Yet … for all the sincere intentions with which I believe Driscoll and Mars Hill started out, the combination of what looks like a possibly wounded (or maybe ‘undiscipled‘, using Bill Kinnon’s word) leader and a church celebrity culture makes for an explosive mixture. And when it does explode – quite regularly, it seems, because it is also volatile – great damage is caused. And for that reason, those of us who are concerned must keep raising our voices.
Gates is now no longer the world’s richest man, having given much of his money away. Since 1994, the Gates Foundation has given grants totalling more than $26bn to various charities and projects. But Jobs’ death served as a reminder to Gates that he needed to push on with his philanthropic efforts, he said in the interview.
“Well, it’s very strange to have somebody who’s so vibrant and made such a huge difference and been kind of a constant presence, to have him die. It makes you feel like, ‘Wow, we’re getting old.’ I hope I still have quite a bit of time for the focus I have now, which is the philanthropic work.”
“And there’s drugs we’re investing in now that won’t be out for 15 years – malaria eradication, I need a couple of decades here to fulfill that opportunity. But, you know, it reminds you that you gotta pick important stuff, because you only have a limited time.”
Christians may have eternity, but we only have this life to make a difference. Do we need that sense of urgency and prioritisation that Gates outlines here? I was thinking about that recently when going through a few months’ worth of blog posts by Michael Hyatt. He talked one day about how to avoid the power of the drift. The next day he asked, are you living your own dream or someone else’s?
How easy it is to stop being intentional about our lives. He made me pause. Is my life just going by, because I just do the day-to-day stuff and don’t think about the longer term? It’s easy to do when you’re caught up in busyness and pressure. I realised I’d got as far as knowing some of the things I don’t want to achieve in ministry – most of which involve a distaste for climbing the greasy pole of the religious hierarchy. But I hadn’t fully explored the obverse. What are the positive things I want to do and to contribute? What gifts can I offer that will make a difference?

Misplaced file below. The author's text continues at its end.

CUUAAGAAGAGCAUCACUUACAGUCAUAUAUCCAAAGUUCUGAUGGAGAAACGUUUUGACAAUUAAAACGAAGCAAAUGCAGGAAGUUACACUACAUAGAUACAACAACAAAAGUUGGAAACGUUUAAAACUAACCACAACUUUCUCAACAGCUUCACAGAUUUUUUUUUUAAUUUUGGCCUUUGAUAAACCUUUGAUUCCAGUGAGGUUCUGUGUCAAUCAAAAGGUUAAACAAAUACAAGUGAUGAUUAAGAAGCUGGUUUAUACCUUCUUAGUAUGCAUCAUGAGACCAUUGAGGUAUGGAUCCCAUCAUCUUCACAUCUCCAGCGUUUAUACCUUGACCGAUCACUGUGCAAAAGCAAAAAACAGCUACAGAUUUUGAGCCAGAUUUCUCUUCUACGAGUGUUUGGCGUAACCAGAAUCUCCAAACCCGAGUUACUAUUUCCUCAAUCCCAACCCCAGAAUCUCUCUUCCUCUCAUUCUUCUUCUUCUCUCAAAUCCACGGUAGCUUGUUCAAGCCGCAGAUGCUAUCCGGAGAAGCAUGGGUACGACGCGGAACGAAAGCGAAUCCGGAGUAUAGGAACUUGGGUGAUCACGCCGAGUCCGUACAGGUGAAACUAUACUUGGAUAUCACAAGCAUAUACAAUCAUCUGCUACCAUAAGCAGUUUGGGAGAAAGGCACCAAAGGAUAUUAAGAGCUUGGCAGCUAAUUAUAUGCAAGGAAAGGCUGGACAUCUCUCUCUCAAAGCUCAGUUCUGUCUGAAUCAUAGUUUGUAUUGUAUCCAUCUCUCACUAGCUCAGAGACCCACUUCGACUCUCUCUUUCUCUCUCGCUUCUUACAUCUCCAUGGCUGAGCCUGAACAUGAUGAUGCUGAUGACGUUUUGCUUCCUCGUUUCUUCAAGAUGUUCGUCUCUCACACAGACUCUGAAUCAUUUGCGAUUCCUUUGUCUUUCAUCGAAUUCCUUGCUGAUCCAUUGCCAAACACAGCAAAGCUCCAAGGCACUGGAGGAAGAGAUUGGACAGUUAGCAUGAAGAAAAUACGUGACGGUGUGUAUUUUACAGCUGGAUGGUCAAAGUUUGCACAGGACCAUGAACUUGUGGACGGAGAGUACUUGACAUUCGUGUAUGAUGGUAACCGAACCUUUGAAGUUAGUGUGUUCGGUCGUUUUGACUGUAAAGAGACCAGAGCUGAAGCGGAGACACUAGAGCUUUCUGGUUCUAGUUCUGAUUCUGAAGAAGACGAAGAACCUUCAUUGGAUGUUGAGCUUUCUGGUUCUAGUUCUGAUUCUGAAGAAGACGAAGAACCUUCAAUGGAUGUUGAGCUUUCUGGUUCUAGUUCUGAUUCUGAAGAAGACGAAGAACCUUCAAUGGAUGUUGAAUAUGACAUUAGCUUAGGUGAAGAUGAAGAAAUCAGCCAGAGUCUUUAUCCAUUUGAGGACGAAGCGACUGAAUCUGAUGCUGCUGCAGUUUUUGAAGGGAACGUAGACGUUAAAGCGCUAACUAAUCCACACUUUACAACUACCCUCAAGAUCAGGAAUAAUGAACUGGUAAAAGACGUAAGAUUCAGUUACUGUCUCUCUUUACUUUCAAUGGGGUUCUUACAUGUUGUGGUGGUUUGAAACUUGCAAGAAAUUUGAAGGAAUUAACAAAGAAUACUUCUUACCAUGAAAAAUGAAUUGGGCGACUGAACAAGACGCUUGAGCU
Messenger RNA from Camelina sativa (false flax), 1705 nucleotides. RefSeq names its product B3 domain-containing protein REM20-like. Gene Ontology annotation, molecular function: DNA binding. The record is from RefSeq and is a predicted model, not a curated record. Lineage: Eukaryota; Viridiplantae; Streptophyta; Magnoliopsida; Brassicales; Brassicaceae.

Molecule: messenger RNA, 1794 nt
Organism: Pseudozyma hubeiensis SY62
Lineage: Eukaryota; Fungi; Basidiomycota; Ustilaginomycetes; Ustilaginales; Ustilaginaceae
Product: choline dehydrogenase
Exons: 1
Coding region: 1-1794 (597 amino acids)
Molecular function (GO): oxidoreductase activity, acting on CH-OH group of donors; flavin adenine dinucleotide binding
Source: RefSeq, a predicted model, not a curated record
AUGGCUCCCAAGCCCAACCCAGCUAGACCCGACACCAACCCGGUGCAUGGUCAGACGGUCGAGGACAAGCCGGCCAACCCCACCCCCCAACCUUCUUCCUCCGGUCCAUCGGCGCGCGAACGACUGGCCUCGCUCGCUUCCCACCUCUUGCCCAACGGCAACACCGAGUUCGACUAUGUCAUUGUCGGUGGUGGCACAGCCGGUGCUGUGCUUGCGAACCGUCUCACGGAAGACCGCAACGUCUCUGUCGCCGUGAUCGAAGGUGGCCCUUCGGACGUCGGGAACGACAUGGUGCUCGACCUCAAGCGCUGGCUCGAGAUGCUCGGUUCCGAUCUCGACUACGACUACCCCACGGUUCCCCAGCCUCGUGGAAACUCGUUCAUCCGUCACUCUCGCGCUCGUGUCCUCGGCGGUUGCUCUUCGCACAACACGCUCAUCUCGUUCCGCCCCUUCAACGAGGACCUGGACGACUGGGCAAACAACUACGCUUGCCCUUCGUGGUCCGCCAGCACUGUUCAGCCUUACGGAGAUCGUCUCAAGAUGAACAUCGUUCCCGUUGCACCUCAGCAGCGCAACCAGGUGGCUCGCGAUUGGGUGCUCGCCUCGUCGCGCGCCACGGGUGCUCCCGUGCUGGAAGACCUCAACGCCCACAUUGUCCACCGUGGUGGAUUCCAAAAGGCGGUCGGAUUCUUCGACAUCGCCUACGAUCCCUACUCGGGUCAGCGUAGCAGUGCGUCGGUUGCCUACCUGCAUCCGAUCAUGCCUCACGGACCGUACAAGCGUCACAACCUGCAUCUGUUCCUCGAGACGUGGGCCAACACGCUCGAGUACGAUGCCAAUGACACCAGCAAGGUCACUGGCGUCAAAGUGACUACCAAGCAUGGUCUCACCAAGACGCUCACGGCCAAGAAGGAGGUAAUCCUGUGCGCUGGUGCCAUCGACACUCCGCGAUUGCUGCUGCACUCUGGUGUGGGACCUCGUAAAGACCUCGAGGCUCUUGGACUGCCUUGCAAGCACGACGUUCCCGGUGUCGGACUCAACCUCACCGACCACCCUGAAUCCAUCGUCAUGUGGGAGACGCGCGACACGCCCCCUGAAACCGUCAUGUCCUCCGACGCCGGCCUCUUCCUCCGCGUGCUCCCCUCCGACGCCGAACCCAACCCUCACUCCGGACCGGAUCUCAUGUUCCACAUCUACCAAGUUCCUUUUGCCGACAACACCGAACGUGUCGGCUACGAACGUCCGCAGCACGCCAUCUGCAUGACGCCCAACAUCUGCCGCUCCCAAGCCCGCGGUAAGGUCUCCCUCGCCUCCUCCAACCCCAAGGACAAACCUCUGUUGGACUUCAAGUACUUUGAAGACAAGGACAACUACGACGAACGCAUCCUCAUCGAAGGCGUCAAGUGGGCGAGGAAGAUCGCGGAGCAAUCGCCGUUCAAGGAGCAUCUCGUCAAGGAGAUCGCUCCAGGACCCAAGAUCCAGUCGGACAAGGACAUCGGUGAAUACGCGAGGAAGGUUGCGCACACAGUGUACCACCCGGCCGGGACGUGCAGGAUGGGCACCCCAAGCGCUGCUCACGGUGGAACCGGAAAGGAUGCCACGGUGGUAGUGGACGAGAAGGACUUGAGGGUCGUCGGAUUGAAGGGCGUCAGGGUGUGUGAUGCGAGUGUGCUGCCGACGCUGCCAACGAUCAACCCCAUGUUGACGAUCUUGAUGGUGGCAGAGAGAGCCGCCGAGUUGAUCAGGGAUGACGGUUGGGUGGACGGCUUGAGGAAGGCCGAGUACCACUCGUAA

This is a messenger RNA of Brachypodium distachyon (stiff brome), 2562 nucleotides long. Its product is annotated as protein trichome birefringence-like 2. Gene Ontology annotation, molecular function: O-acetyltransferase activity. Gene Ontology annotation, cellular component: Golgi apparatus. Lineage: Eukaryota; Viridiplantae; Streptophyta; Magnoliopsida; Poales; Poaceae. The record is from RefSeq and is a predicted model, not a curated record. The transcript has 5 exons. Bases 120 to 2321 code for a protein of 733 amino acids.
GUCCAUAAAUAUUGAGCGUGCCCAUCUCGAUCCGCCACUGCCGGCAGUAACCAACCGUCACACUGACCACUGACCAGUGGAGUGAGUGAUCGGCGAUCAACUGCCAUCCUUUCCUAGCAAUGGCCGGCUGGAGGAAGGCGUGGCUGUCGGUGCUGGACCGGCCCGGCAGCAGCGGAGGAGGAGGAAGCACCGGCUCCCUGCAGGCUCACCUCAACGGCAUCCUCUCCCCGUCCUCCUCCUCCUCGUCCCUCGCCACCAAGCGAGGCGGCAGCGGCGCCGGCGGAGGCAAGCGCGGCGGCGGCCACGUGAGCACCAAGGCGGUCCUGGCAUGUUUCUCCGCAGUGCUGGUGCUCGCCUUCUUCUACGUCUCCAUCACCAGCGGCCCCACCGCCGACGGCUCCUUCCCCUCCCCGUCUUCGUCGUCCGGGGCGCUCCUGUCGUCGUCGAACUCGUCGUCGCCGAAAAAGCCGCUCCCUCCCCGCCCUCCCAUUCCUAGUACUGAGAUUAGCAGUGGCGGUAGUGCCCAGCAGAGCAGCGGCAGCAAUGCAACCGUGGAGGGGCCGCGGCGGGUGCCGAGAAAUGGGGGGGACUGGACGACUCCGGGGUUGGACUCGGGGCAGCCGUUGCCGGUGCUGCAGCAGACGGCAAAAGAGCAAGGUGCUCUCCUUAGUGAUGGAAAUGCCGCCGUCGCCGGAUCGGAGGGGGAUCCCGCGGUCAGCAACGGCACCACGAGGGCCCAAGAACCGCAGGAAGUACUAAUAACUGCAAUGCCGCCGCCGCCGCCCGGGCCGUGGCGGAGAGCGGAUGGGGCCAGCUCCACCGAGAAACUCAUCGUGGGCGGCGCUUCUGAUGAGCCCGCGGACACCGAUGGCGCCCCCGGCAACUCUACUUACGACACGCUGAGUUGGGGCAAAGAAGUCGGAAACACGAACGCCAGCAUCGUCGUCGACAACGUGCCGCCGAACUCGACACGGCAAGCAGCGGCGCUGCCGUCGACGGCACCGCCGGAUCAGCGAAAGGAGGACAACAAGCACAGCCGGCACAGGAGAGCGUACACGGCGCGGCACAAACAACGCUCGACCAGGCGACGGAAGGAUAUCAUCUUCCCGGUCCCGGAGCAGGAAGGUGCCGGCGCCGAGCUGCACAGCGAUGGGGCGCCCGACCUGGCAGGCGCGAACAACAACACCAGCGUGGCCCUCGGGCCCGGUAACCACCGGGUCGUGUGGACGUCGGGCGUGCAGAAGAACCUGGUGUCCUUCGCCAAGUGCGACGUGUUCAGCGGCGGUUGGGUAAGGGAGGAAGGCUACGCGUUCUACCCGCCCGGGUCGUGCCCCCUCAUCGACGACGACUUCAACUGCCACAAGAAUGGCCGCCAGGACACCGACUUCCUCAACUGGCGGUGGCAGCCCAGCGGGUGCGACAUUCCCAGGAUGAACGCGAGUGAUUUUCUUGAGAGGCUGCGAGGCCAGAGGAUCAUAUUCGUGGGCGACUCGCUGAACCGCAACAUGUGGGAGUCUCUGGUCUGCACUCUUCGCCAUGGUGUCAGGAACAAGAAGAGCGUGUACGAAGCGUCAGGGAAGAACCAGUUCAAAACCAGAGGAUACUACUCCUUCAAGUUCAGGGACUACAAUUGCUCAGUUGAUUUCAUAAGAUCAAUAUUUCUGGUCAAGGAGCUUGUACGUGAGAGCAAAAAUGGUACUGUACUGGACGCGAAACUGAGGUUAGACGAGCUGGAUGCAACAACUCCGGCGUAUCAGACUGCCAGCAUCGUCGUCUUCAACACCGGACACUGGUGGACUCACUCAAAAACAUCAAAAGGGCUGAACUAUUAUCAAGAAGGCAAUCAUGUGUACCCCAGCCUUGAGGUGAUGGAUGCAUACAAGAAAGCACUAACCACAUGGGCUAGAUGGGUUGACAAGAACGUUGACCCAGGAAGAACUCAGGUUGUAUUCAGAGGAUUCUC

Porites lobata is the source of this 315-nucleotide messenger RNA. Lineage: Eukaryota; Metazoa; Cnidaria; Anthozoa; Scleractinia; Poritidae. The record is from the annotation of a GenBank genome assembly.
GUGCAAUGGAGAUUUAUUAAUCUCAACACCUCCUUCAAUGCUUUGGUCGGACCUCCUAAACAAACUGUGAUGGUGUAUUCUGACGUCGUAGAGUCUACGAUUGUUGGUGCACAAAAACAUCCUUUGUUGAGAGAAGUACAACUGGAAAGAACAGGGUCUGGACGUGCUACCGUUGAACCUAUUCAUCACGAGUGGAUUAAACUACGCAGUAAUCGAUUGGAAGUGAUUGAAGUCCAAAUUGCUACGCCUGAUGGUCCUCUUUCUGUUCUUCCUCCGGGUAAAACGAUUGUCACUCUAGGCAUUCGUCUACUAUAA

I realised that ‘ordinary’ circuit ministry only goes part of the way to answering that question. I enjoy it and I don’t disdain it, but I need something more on top. I’d still like it to be have an academic slant, but the doors aren’t open at present.
I can write, though, and if you’ve wondered why the number of blog posts has been increasing lately, that’s the reason. Some might think that writing is a poor relation to Gates’ philanthropy, but words have power to sway hearts and minds. And yes, I need to back up words with my own actions.
So I’ve been starting by trying to use the down time I’m allowed each day (our big bad rule book encourages us to spend up to an hour a day away from ordinary ministry) to research and write a blog post, such as this one. At the very least that will be good discipline. I’ve ordered a book that is recommended in some circles to help explore the more creative side of my personality – The Artist’s Way by Julia Cameron, and happily that came in the post today. So let’s see how we go!
But it has to be a question for each of us: are we maximising the gifts we have been given and following our call to change some corner of the world? We may not have Gates’ billions, but in other ways we have all that and more.
So – how are we making a difference? Have we started? Why not? Let’s drop the excuses.
(No, not me: not much chance of that.)
After much resistance, the Cabinet Office has published a list of those who declined awards in either the Birthday Honours or the New Year’s Honours Lists between 1951 and 1999, and who are now dead. It’s not necessarily the usual suspects. Alongside John Lennon‘s famous returning of his MBE and the author J G Ballard who called the honours system a ‘preposterous charade’ are people like Eleanor Farjeon, author of ‘Morning has broken’ and C S Lewis.